In this blog post, my aim is to examine some of the main challenges in diagnosing inflation. I begin by examining the role played by sectoral relative prices in near-term inflation, including an analysis of the underlying forces driving these relative prices since 2020; I next turn to the assessment of measures of underlying inflation; I then examine the inter-connections between wage inflation and price inflation before turning to the formation of inflation expectations; I conclude with a discussion of some primary open questions in the identification of medium-term inflation dynamics.

Price level components: 1999-2022

The simplest form of inflation is an increase in the overall price level that consists of a uniform increase in the prices of all items, with relative prices unaffected. However, shifts in sectoral relative prices are relevant for inflation dynamics for two reasons. First, although a large shock to sectoral relative prices could in principle be accommodated with no change in the overall inflation rate, the prevalence of downward nominal price and wage stickiness means that a large upward shift in the relative prices of some categories (at unchanged prices of the other categories) will translate into an increase in the overall inflation rate in the near term, since the maintenance of a constant inflation rate would otherwise require a substantial and rapid monetary tightening and a large drop in output.[3] In addition to the intrinsic time lags in the transmission of monetary policy, this is a basic reason why central banks focus on medium-term inflation, rather than aiming to deliver the inflation target on a continuous basis.

Second, the longer-term patterns in relative prices are also relevant in monitoring inflation dynamics. In particular, if there are systematic positive or negative trends for some sectoral relative price levels, the distance to the underlying trend is relevant in gauging the likely persistence of a shock to sectoral relative price levels.

I begin by describing the evolution of the relative price levels of the four main components of the overall Harmonised Index of Consumer Prices (HICP): energy; food; goods; and services. The current weights of these components in the euro area overall HICP are: energy (11 per cent); food (21 per cent); goods (26 per cent); services (42 per cent).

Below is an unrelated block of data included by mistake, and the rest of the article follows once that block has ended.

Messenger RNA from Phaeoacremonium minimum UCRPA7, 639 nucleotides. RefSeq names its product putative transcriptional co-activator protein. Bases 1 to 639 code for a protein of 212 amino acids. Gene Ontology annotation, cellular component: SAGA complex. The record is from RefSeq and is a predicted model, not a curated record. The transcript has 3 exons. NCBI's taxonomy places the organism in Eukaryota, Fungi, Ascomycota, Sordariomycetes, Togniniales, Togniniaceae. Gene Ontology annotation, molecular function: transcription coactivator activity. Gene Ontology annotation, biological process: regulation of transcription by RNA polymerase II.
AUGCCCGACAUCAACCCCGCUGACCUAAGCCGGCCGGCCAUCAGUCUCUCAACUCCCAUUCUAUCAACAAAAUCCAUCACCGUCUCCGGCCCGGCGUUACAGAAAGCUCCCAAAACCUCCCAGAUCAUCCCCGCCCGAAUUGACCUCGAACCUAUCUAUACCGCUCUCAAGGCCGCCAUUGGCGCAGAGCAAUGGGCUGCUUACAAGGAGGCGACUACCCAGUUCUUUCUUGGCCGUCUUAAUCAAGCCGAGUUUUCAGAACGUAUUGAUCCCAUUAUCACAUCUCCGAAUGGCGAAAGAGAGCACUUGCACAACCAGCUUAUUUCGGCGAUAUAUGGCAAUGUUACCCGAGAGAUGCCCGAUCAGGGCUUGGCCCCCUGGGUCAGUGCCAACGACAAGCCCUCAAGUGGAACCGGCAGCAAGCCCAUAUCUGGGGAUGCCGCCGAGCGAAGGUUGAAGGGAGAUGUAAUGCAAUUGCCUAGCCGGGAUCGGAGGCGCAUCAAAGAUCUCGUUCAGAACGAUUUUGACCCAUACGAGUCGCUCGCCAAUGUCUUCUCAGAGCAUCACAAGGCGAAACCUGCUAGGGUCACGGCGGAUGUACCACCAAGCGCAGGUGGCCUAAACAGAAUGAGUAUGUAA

The energy, food and goods categories have a larger share of internationally-tradable inputs and products than the services category.[4] It follows that global factors play a larger role in determining prices in the energy, food and goods categories, while domestic factors play a larger role in determining prices in the services category.[5] These are matters of degree: domestic factors are important for all categories; while international trade in services is considerable, especially in sectors such as tourism. Still, the relative importance of international versus domestic factors play a fundamental role in determining pricing pressures in different sectors.

A second basic analytical distinction relates to the scope for technological progress. In particular, measuring and explaining the differences in productivity growth rates between the manufacturing and services sectors is a long-standing topic in economics research. The faster productivity growth rate in manufacturing relative to services drives up relative unit labour costs in services compared to manufacturing, thereby putting upward trend pressure on the relative price of services compared to manufacturing: the upward wage pressure in sectors that have not experienced commensurate productivity gains is familiar from Baumol’s cost disease hypothesis.[6]